mining

5. Rich Cultural Heritage

Every one of the many ethnic cultures in Botswana has its own heritage of myths, legends, rituals, values and traditional artistic norms. However, the overlapping similarities between the different components create a homogenous culture, giving a rich and colorful patchwork of the diverse whole.

miss Botswana

6. Warm spirits of Batswana

Warm and friendly people who are open, respectful, humble and welcoming to guests at all times.

botswana tourism authority

7. Home of the Big Five

Okavango Delta knows such a high diversity of ecosystems – flood plains, forest, dessert, saltpans, savannah – a wide range of animals can be spotted, whether you venture out with a vehicle, boat or by foot.

The Big Five (lion, leopard, elephant, buffalo, and the rare rhino) can all be crossed off the bucket list in the Okavango Delta. Spotting these impressive animals in their own habitat is something you will never forget.

big five

8. Home of KhoeSan

Sometimes known as Bushmen , the KhoeSan are the indigenous hunter-gatherers people of Southern Africa.

The uniqueness of their lifestyle, culture, and language have long fascinated people around the world.

bushmen

9. Unforgettable Safari Destination

Botswana is a land of dramatic contrasts. From the crystal-clear waters of the Okavango Delta to the large elephant herds in the Chobe National Park and the unpredictable Savute Channel, Botswana is an unforgettable safari destination.

Safari

10. Local Cuisines

Come dine to the most unique, spice free traditionally prepared cuisines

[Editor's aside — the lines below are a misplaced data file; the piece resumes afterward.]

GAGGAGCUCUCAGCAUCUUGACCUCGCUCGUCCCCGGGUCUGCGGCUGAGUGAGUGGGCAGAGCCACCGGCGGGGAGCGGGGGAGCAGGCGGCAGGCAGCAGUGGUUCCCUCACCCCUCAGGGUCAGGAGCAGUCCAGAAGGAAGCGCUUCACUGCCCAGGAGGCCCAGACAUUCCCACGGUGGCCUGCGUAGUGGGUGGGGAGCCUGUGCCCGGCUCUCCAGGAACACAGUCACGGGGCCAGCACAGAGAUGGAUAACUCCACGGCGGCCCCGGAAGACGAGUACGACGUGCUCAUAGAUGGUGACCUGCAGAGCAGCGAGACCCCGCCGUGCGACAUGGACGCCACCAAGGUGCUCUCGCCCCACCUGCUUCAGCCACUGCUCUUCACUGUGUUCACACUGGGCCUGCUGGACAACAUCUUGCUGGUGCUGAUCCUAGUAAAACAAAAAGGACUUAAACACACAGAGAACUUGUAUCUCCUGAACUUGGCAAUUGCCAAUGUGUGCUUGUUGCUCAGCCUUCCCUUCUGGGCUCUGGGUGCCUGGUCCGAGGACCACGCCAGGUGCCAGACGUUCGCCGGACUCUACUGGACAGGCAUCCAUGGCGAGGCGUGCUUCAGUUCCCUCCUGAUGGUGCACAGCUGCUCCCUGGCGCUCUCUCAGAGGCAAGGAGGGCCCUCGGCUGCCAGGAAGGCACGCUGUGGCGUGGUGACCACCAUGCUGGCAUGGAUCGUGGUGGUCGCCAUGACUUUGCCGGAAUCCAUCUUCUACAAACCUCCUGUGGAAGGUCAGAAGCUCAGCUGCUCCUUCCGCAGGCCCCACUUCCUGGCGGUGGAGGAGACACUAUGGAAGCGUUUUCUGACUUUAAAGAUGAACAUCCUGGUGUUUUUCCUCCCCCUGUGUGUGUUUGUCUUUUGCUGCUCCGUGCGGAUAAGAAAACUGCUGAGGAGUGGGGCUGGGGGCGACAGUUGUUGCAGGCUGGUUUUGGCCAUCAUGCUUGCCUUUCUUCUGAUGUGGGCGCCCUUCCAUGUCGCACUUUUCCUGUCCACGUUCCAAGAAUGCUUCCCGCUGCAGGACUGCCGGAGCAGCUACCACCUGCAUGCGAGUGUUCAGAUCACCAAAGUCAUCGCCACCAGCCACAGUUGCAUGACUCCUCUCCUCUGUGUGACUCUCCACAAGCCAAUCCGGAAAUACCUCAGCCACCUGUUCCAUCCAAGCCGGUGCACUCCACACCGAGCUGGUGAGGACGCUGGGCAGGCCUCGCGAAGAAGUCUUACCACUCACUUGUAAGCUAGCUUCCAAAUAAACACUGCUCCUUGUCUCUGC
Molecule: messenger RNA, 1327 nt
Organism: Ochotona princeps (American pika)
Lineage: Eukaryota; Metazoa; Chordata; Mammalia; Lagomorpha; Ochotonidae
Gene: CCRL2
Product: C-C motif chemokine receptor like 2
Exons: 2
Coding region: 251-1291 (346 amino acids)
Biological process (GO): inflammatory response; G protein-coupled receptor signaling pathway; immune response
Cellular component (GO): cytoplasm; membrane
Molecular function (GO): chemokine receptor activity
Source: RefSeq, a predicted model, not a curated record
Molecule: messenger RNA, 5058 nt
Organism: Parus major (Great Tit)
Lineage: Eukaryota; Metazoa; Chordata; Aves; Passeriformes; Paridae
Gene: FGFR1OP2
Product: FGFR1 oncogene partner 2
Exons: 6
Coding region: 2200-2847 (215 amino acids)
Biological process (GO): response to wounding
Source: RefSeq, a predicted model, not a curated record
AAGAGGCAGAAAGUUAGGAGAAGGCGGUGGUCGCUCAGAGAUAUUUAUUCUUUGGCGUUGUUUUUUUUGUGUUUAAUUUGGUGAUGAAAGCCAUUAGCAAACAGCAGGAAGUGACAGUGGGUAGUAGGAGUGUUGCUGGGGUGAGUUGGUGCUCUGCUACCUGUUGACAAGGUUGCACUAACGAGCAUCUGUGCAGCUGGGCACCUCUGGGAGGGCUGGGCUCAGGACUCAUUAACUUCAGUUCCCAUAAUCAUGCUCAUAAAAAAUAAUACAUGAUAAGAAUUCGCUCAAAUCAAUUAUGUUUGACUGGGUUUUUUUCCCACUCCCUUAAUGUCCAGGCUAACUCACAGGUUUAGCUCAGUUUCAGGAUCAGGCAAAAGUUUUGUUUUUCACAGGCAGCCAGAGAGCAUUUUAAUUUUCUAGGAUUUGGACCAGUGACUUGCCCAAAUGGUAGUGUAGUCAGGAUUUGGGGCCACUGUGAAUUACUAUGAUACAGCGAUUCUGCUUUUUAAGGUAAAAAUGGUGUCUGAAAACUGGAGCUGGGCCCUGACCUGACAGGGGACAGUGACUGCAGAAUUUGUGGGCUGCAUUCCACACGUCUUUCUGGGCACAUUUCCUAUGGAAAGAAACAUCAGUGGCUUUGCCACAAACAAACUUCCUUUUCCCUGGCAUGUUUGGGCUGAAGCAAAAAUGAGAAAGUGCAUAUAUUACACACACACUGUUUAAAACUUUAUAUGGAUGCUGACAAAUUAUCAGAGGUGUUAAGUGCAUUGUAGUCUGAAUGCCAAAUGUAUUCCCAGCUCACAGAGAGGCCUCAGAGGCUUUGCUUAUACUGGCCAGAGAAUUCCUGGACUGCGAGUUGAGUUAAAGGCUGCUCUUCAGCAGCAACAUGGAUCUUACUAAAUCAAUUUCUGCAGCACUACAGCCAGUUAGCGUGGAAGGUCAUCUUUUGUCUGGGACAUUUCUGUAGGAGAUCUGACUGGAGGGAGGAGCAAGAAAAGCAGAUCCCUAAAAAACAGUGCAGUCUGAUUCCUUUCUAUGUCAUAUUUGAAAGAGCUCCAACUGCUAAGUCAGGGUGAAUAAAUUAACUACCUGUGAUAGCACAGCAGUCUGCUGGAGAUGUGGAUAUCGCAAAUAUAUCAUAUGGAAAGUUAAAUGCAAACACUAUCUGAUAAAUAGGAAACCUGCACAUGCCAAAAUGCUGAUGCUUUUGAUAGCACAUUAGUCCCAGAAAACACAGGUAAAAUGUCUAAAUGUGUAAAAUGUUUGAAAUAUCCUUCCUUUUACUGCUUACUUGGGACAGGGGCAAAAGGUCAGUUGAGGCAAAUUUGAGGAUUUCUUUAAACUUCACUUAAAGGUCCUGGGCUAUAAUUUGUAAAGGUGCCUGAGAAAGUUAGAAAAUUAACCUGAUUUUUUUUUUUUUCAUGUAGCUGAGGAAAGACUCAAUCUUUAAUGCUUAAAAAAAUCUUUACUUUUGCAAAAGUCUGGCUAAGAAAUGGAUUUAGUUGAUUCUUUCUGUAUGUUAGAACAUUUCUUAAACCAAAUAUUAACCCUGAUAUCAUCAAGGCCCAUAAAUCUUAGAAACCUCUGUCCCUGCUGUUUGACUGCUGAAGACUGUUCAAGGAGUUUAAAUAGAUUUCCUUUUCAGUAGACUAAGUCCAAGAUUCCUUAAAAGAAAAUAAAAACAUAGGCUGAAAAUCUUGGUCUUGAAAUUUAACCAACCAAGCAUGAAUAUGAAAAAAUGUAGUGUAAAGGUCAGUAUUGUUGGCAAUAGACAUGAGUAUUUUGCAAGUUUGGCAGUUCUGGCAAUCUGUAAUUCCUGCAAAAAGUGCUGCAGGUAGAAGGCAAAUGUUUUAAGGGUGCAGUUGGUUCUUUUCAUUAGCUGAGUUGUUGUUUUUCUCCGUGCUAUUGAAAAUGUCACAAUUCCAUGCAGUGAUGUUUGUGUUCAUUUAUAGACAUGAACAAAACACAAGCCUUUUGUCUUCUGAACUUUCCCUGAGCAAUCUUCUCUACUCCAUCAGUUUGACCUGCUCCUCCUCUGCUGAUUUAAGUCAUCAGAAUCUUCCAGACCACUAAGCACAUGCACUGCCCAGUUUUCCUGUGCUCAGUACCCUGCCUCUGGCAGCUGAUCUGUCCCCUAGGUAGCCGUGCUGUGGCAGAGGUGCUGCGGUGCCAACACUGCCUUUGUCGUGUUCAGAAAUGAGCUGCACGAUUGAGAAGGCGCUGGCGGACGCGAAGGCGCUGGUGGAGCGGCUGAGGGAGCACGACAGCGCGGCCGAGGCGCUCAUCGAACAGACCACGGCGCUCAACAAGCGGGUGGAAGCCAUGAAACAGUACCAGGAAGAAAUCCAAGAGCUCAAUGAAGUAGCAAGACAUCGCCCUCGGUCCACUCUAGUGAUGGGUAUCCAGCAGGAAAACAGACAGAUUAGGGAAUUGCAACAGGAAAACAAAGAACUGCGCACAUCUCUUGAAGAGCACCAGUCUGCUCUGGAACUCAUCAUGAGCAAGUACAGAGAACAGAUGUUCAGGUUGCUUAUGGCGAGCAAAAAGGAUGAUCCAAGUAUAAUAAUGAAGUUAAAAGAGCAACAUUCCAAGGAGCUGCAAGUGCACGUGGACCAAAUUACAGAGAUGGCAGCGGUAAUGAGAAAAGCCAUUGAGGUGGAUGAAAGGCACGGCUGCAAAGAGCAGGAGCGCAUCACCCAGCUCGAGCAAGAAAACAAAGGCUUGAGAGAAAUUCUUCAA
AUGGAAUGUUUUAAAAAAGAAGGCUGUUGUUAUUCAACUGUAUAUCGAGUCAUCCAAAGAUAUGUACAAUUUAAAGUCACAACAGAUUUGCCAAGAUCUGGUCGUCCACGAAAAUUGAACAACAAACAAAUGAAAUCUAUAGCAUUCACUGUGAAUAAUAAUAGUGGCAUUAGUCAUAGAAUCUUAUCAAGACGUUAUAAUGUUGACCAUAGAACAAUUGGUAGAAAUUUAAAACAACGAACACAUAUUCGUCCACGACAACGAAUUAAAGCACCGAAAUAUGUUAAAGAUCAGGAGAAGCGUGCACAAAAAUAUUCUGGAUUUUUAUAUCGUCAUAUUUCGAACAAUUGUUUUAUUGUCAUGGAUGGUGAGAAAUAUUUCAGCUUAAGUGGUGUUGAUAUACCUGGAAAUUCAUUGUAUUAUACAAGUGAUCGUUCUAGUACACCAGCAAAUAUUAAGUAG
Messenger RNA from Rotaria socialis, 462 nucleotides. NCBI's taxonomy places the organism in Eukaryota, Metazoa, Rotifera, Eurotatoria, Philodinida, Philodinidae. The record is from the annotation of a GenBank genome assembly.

Tswana style dishes

Tswana chicken

Traditional brew & More

local cuisine

11. Picturesque Landscapes

Discover the landscapes and topography of Botswana. Inland Okavango Delta, Makgadikgadi Pans, Salt pans, Seasonal wetlands, The Kalahari Desert, Semi-arid region, The Okavango Delta Swamps, The Tsodilo Hills and the savanna.

picture perfect landscapes

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Botswana Travel Guide

Travel Team

With its standout safaris, luxury lodges and the cosmopolitan capital of Gabarone, Botswana has a lot to offer the discerning business traveller.

Botswana’s wild landscapes attract nature lovers from around the world. Visitors are captivated by its dramatic vistas, from the undulating dunes of the Kalahari Desert to the lush Okavango Delta. Clusters of ancient baobab trees and shimmering salt plains also draw in the crowds. A landlocked country slightly larger than France, Botswana shares borders with Namibia, South Africa and Zimbabwe. Over a third of its land is reserved for wildlife parks and game reserves. Botswana boasts an abundance of wildlife, including the black-maned lion and Cape buffalo. As a result, it’s one of Africa’s top safari destinations, renowned for its luxury tented camps and lodges.

While English is the official language, most Botswanans speak Setswana. Over 20 languages are in use, including Afrikaans, Kalanga and Kgalagadi – an indicator of the country’s ethnic diversity. Botswana is also a country steeped in traditional culture and folklore. The Maitisong Festival is a major cultural arts festival in Gabarone. But the country’s most legendary event is the Toyota Kalahari Botswana 1000 Desert Race – an adrenaline-fuelled car race spanning a thousand kilometres of the Kalahari Desert. With its warm climate, luxurious accommodation and breath-taking landscapes, Botswana is an inviting tourist destination.

THE BUSINESS END

In the 1960s, Botswana was a British protectorate known as Bechuanaland. It was one of the world’s poorest nations. But its independence in 1966 sparked the beginnings of rapid economic growth. In 1967, diamonds were discovered in the town of Orapa, which became the largest diamond-producing mine in the world. This allowed the government to invest heavily in primary and secondary infrastructure ­­– it also improved social services and education. Between the 1960s and 1990s, Botswana had the highest rate of economic growth in the world. The per capita GDP has increased almost elevenfold since independence. Botswana’s consumers now constitute a high net worth market.